Samoa IV - Savaii
Wed 8 Aug 2012 02:22
We arrive on Savaii having to scrabble up large litter strewn volcanic boulders. Having no idea where to go now we opt for finding a much needed cup of coffee. Samoan guest houses are keener on weak instant so we’ve been in a state of withdrawal.
It is a rather strange motel within the a Mall but it’s has delicious ’Illy’ coffee and the grooviest,comfiest of 70 style furniture. If only I could fit it in our lockers!
Managing to get cash in strange places as always a pleasure.
Bus travel in the wood panelled buses is entertaining
Fales on the beach are a great place to stay and an attempt is made at keeping up with school.
These are our home for a few nights, all very romantic as during high tide the water comes up and laps up under the little houses. Reality is it’s rather disconcerting and noisy in the middle of the night, we’re used to living over water but in normal circumstances we wouldn’t be sitting under the lapping shore-line.
We want to do a bit of investigation but not with our cases on our backs so hitch about 15km up the East coast. There are far fewer cars on Savaii, read one ever 10mins, and all of them are going the other way. We spend our time walking/talking and making up imaginative stories. And eventually get a lift. Hungry we treat ourselves to Sashimi and the kids pootle about a swimming pool and beach for the afternoon at a small resort, for once Colin and I find a bit of peace and enjoy a relaxed afternoon.
Hitching back is another story. If every car earlier on in the day was going south, now they’re returning. So about an hour of waiting we finally get a lift with the only car we see.
The next day we set off again to try and circumnavigate Savaii with our thumbs. This time in the back of a coffee and chocolate farmers truck it’s a far better option for the nasal passages than the 1000 baby chicks we rode with in Ecuador. We also get very lucky as this car is travelling all the way up the north eastern side of the island. To a strange hotel which is a throw back from the 60’s. The lunch menu is everything with Chips only we’re informed ‘Chips are off’, A wee bit Monty Python me thinks.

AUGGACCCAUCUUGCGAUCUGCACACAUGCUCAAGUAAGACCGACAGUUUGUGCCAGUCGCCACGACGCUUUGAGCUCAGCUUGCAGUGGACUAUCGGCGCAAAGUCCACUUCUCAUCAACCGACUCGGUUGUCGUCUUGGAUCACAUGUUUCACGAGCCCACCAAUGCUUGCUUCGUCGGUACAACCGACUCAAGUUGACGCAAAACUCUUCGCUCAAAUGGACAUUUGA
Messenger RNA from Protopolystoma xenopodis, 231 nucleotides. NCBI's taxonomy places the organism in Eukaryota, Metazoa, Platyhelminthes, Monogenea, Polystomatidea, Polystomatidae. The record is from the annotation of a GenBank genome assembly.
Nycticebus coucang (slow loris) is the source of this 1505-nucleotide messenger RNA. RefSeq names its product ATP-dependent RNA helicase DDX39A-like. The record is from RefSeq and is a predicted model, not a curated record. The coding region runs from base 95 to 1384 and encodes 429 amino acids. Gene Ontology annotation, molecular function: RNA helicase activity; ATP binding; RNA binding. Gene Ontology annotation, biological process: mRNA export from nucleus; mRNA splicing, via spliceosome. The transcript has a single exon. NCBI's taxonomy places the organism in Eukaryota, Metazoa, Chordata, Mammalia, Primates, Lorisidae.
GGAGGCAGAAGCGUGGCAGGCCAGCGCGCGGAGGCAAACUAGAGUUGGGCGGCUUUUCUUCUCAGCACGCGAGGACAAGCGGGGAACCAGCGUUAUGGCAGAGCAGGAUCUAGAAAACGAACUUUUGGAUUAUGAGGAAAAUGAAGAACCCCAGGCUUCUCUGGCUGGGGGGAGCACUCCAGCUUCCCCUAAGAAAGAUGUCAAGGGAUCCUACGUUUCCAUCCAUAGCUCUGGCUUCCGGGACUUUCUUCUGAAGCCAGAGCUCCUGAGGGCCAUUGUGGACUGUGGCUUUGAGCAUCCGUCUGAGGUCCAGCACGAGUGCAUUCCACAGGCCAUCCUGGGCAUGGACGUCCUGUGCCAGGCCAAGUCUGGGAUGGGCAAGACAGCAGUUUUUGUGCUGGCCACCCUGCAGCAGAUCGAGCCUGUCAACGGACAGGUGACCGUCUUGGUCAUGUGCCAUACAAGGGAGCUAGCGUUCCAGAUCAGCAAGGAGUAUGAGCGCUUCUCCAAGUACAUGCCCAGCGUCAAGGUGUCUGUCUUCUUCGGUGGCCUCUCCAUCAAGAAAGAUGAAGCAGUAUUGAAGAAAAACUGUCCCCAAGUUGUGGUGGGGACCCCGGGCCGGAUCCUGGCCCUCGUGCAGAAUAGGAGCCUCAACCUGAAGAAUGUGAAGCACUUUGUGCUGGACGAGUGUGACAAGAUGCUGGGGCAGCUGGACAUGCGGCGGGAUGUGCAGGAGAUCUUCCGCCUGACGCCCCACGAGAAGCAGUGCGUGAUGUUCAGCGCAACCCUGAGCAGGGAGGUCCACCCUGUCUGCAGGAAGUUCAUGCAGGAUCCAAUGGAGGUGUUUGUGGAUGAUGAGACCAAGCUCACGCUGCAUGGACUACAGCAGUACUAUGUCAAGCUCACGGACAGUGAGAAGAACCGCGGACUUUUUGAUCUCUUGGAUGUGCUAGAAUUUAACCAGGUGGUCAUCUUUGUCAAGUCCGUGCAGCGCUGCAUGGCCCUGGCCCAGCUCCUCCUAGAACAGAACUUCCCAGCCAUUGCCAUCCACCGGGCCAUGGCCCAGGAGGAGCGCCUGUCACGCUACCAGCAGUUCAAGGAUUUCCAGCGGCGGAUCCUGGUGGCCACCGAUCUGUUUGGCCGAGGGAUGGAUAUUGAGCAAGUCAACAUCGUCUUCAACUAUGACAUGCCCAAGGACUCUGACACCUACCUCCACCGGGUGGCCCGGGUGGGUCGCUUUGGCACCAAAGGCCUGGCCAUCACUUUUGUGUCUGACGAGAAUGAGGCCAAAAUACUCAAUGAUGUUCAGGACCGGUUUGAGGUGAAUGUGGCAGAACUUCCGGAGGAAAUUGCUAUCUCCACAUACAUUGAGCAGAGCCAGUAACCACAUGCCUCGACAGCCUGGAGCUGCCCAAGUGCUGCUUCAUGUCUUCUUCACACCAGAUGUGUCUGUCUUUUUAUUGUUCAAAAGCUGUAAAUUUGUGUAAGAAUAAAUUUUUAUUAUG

“Hi di hi campers - Chips are off”
The Banyan Tree
A 90m high banyan tree in the NE of Savaii can be climbed up by first crossing a rope bridge and then winding up a wooden staircase winding through the branches right to the top of the tree way above the forest canopy.
Cosmo was distraught about having to leave his teddies at home and has only been appeased with the promise of sleeping in a Banyan tree. In fairness Colin and I feel we might just have seen enough of Samoa, but this isn’t going to be allowed by Mr Cos. Finally we find a last ride to the village of the rainforest in which the Banyan tree stands. After a short conflab with the village Matai we’re granted permission to stay 70mtr up in the sky that night. Despite the discomfort it is a magic experience. Our host is the wonderful Ben, the eldest son of the man who helped save this very special Rain Forest (see ‘The Penny Drops’). During supper at Ben’s family Fale the heavens open and the likelihood of staying up the tree is looking less and less likely. This is rather alarming as the second we finish our meal the alternative sleeping accommodation is infested with hundreds of flying and crawling cockroaches. We’ve never seen so many and not only that, Bens home and kitchen are also invaded. Luckily our sleeping mats sheets and mosquito nets are kept dry and we escape the roach's. All fine but Colin and I discover we shouldn’t have drank that beer before supper, it a heck of a long way down for a pee in the middle of the night.
Ben climbs for coconuts, nieu
A school and rainforest worth saving
We meet an extraordinary group of folk 70mtrs up. Peter Blake's cousin and a family that teach us all about he healing qualities of Cold Pressed Virgin coconut oil. This turns out to be quiet a fluke as the following day’s ride is from a girl who is the chief dealer for Coconut oil supplied to the Body shop. So over a cup of coffee we learn yet more about this evolving industry, the body shop have in the past year upped the product rage using cold pressed Coconut oil from one to 27 over the past year. Faumuina (my new best friend) it a power house and works for ‘women in Business’ a brilliant organisation that’s chief aim is to help rural Samoa and keep those living in there communities. She is also a rather scary driver approaching speed bumps ‘at speed’. Fine if your in the car but in the back of the truck it’s a little hairy.
Coffee break rope swings, the village gather coconuts and leave them ready for collection.Blow Holes A local lady puts on a show of using the blow hole as a ‘coconut cannon’, shooting coconuts hundreds of meters in the air.
Finally we’re on our way to the ferry and our final lift is hilarious. It’s the Minister of Finance at the wheel. Kids and I are in the back of the truck and Colin talking in the comfort of the interior. Once our ‘driver’ discovers we’re trying to catch the 2 p.m. ferry things get a bit frantic. Unbeknown to us we’ve left it far too late. No probs for Mr Finance as he just puts his foot down and turns into a rally driver, which leave me holding on the the kids for dear life..... Sadly with only 2mins to till the boat departs we’re unable to really say ‘thank you’ and goodbye with any grace – just grab tickets and jump aboard the ferry as the last passengers.
We feel, once back on the main island, we’re happy to settle for the sedate bus ride home in Apia.